I write web applications in Java, and have been doing so for some time now. I like to think that I’ve become pretty good at it, and I can usually get something working quickly and efficiently. This means that my choice of frameworks and tools is somewhat specialised, and others would make a different choice, perhaps Grails or Ruby on Rails. This article is not about which framework is superior to another, but rather what I’m currently using and why it’s good for me right now.

Next year, it should be different otherwise I’m not really progressing.


Intellij IDEA. I used to be an Eclipse evangelist, but then my friend Gareth introduced me to
Intellij and I never looked back. Well, maybe once or twice when I had to reorient myself within the new IDE, but once I got the hang of it then that was it. Everything just works really well, and the refactoring is amazing. Especially in XML and JavaScript. Oh, you thought refactoring was just for Java? I invite you to download the freebie version of Intellij and try out the goodness for yourself. If you’re a contractor like me you’ll find that the productivity increase pays for the IDE within a day or two.

Build systems

I’ve written about this before, but there is only one build system for me at the moment: Maven. I think it reduces the problem of creating portable builds (and environments) to a pretty simple format. It’s a pretty straightforward way of allowing a disparate team of developers to work on different aspects of a large project. In my opinion, a build system should be able to get a new developer productive within 30 minutes. That includes time reading the wiki to locate the appropriate project and check it out of version control. It also includes the time taken for the developer to figure out (using only the documentation) how to build and deploy it locally with a sample set of data and a demonstration page so they can see how the application is supposed to work. If your set up does not allow a developer to do this, then – seriously – look at your systems.

In Maven, the way I’ve got my stuff set up, you get a fully operational environment as described above by doing the following:

1) Check out your project from version control
2) Type mvn clean jetty:run at the command line in the project checkout directory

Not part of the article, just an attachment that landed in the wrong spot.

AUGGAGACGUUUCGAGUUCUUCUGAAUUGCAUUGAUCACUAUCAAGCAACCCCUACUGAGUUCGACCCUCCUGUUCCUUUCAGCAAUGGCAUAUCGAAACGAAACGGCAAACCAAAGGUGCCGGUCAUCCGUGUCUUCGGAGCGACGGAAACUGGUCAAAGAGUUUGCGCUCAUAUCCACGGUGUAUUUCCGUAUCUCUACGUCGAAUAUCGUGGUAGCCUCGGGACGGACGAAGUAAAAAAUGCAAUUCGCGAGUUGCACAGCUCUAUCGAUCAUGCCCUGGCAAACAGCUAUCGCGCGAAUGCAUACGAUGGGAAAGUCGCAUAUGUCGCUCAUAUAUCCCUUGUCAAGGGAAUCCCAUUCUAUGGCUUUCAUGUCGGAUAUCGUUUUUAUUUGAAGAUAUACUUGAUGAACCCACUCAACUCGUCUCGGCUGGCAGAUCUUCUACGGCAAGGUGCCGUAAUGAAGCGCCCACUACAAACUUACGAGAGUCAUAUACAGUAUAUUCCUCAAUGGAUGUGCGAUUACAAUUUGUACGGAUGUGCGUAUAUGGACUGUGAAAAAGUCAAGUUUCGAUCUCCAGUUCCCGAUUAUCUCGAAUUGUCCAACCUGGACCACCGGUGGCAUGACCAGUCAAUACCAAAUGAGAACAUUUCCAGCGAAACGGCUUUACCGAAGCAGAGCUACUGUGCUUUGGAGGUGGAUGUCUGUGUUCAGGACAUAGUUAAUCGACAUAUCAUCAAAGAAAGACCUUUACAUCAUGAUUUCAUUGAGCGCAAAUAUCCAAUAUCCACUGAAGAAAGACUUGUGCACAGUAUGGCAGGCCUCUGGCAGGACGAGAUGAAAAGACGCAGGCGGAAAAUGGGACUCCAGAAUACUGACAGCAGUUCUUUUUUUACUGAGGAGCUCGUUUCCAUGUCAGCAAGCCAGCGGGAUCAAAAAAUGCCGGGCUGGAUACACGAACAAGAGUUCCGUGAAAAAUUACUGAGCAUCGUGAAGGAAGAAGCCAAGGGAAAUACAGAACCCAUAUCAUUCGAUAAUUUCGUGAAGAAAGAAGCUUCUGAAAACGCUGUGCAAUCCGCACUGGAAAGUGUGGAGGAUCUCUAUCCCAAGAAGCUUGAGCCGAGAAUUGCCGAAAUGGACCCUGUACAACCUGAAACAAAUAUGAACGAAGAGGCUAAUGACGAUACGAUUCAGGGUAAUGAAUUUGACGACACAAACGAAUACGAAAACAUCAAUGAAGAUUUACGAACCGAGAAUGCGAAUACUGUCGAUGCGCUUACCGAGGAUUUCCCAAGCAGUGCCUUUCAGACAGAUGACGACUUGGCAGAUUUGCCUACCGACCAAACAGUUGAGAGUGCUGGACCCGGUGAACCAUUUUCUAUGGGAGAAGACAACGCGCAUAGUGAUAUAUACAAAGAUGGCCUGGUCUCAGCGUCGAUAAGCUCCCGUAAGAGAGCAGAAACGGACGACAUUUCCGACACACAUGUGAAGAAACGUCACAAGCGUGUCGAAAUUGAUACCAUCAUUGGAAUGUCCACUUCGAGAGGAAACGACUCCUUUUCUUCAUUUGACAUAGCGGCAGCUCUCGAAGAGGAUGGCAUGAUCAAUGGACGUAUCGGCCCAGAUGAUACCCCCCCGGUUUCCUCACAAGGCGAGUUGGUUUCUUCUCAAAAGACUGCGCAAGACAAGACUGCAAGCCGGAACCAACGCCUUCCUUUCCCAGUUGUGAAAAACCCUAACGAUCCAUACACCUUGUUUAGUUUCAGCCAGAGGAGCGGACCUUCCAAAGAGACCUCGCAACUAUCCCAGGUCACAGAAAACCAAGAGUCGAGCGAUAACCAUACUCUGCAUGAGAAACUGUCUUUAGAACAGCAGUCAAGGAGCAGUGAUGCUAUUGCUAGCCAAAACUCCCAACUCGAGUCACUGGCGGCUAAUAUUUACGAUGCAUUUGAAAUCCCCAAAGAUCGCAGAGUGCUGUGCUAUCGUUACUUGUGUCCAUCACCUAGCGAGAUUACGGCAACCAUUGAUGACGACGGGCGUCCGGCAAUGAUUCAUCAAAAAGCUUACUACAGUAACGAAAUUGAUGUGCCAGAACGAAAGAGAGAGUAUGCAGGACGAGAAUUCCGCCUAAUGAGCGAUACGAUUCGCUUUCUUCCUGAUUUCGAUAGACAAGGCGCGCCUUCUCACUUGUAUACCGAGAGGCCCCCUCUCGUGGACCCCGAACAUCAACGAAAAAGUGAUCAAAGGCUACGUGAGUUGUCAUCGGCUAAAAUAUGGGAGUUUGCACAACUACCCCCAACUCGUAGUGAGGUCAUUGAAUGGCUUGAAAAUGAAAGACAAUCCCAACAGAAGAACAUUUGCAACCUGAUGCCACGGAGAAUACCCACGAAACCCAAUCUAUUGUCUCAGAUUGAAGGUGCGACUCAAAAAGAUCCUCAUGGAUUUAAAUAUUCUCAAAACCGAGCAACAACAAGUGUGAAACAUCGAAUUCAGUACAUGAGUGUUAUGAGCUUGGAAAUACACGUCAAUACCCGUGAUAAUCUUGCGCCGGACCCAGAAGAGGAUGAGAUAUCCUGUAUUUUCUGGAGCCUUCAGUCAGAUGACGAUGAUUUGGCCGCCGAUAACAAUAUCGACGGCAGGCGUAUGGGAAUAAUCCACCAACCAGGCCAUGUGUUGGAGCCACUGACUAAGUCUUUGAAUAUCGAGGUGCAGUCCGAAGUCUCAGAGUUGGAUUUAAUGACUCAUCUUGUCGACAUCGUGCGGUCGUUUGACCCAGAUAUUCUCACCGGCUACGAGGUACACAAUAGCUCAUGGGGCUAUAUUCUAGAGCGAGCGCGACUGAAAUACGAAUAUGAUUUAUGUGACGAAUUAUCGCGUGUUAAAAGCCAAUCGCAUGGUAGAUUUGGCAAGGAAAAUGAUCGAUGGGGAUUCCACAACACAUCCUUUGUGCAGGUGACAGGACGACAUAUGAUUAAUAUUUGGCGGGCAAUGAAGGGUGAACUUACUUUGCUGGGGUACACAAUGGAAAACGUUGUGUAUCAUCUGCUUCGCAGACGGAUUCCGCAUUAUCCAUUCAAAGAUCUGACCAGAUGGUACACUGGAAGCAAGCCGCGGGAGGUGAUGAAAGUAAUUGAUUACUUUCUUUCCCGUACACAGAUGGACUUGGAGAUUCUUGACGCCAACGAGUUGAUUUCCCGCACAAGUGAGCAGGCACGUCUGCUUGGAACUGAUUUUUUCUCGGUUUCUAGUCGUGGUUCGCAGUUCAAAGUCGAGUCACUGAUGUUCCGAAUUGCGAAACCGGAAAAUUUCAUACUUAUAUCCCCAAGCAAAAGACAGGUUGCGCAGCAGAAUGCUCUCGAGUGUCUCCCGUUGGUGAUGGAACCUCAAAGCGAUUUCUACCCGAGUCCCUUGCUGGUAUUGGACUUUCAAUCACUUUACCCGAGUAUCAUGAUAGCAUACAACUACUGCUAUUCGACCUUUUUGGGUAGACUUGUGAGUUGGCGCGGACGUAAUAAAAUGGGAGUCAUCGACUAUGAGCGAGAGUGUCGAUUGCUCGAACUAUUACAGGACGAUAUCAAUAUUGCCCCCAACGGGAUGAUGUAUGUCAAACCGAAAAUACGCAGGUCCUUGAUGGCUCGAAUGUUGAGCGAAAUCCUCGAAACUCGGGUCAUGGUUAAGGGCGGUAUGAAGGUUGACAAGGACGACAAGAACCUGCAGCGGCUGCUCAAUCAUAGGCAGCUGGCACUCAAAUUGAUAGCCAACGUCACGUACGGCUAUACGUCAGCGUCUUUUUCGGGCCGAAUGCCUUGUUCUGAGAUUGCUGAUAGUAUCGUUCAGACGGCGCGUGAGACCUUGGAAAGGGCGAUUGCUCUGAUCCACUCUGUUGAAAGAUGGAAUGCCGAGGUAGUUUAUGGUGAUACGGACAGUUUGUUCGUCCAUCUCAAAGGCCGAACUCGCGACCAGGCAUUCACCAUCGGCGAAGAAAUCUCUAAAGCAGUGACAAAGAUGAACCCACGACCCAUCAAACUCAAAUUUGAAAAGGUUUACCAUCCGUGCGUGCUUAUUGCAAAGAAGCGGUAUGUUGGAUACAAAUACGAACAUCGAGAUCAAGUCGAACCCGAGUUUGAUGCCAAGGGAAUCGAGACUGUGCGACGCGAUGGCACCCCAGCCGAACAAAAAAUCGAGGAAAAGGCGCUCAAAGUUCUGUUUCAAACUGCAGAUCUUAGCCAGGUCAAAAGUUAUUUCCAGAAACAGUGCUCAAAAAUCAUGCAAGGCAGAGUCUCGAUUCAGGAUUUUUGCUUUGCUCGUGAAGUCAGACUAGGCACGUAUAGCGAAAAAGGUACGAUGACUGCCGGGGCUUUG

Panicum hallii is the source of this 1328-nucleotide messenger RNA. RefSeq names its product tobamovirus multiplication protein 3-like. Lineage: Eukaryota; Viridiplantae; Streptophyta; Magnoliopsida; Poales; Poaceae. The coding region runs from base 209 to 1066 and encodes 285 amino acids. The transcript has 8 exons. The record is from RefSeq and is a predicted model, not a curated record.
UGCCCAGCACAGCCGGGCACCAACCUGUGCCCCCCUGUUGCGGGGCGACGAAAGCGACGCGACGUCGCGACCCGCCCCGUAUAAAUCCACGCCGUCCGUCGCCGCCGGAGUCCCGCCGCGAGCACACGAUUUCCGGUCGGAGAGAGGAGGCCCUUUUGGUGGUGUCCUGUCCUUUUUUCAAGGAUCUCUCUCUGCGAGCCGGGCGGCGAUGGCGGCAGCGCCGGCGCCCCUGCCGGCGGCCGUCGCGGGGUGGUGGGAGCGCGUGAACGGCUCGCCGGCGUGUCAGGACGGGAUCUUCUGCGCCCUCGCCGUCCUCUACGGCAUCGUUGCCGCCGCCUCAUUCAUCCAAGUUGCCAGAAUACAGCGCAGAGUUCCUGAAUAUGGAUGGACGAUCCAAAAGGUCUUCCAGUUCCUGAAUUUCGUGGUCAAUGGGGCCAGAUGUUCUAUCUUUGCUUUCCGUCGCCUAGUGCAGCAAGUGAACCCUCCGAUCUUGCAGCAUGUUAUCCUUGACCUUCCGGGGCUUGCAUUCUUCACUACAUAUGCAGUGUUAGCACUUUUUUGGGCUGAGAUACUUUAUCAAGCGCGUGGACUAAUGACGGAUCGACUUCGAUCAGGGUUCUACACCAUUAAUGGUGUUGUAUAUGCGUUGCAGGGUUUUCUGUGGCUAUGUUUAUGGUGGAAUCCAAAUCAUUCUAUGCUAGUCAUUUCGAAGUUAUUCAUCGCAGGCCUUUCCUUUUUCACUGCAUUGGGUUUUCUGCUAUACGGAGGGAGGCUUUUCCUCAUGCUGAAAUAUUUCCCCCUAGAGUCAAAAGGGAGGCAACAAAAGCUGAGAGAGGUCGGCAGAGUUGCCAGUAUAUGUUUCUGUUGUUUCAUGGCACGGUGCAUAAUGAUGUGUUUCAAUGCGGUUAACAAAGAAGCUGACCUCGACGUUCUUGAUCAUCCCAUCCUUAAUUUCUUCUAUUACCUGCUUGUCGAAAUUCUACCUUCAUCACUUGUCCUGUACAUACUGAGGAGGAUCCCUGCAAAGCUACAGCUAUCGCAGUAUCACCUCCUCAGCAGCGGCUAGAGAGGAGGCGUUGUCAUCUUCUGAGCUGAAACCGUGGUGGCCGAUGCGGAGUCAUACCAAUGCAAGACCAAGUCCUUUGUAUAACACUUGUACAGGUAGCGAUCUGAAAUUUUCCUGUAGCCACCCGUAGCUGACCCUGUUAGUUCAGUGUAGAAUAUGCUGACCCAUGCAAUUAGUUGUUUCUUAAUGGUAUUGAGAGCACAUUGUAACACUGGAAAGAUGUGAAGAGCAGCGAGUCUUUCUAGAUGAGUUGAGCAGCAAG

3) Navigate to localhost:8080/SomeApp in the browser (the wiki will tell you where to go)

That’s it, and it’s the same procedure for all applications at all tiers of the stack. The act of
issuing that command will automatically ensure that the correct supporting versions of any other JARs and WARs are downloaded, included and executed within the same Jetty instance. This gives a complete set of interactivity so that a developer knows they have a representative slice of the overall system. Not bad for a single memorable command, eh?

Web services with RESTEasy and JAXB

I used to use SpringMVC for my web front end. It remains an excellent implementation of the standard Model/View/Controller design pattern that made front end design much simpler than the frameworks that had gone before – I’m looking at Struts here. Now, I’m hooked on an even simpler framework that trivialises the whole creation of web services to a mere typing exercise: RESTEasy. Wow. What a revelation! I’m sure that in Spring 3+ they’ve done something similar (and I will take a look, I promise) but right now RESTEasy is my best friend. Here’s an example of creating a simple web service to respond to a GET request:

public class Hello {

  public String example(@PathParam("name") String name) {
    return String.format("Hello, %s",name);



which provides

HTTP GET /ExampleApp/hello/bob

Hello, bob

It’s difficult to imagine a simpler way of coding that service up. Nothing is wasted, the web.xml is trivial and the same for pretty much all the web services on the back end. And it integrates with Spring too. And JAXB. And JSON. And Maven. In fact, it’s damn near perfection.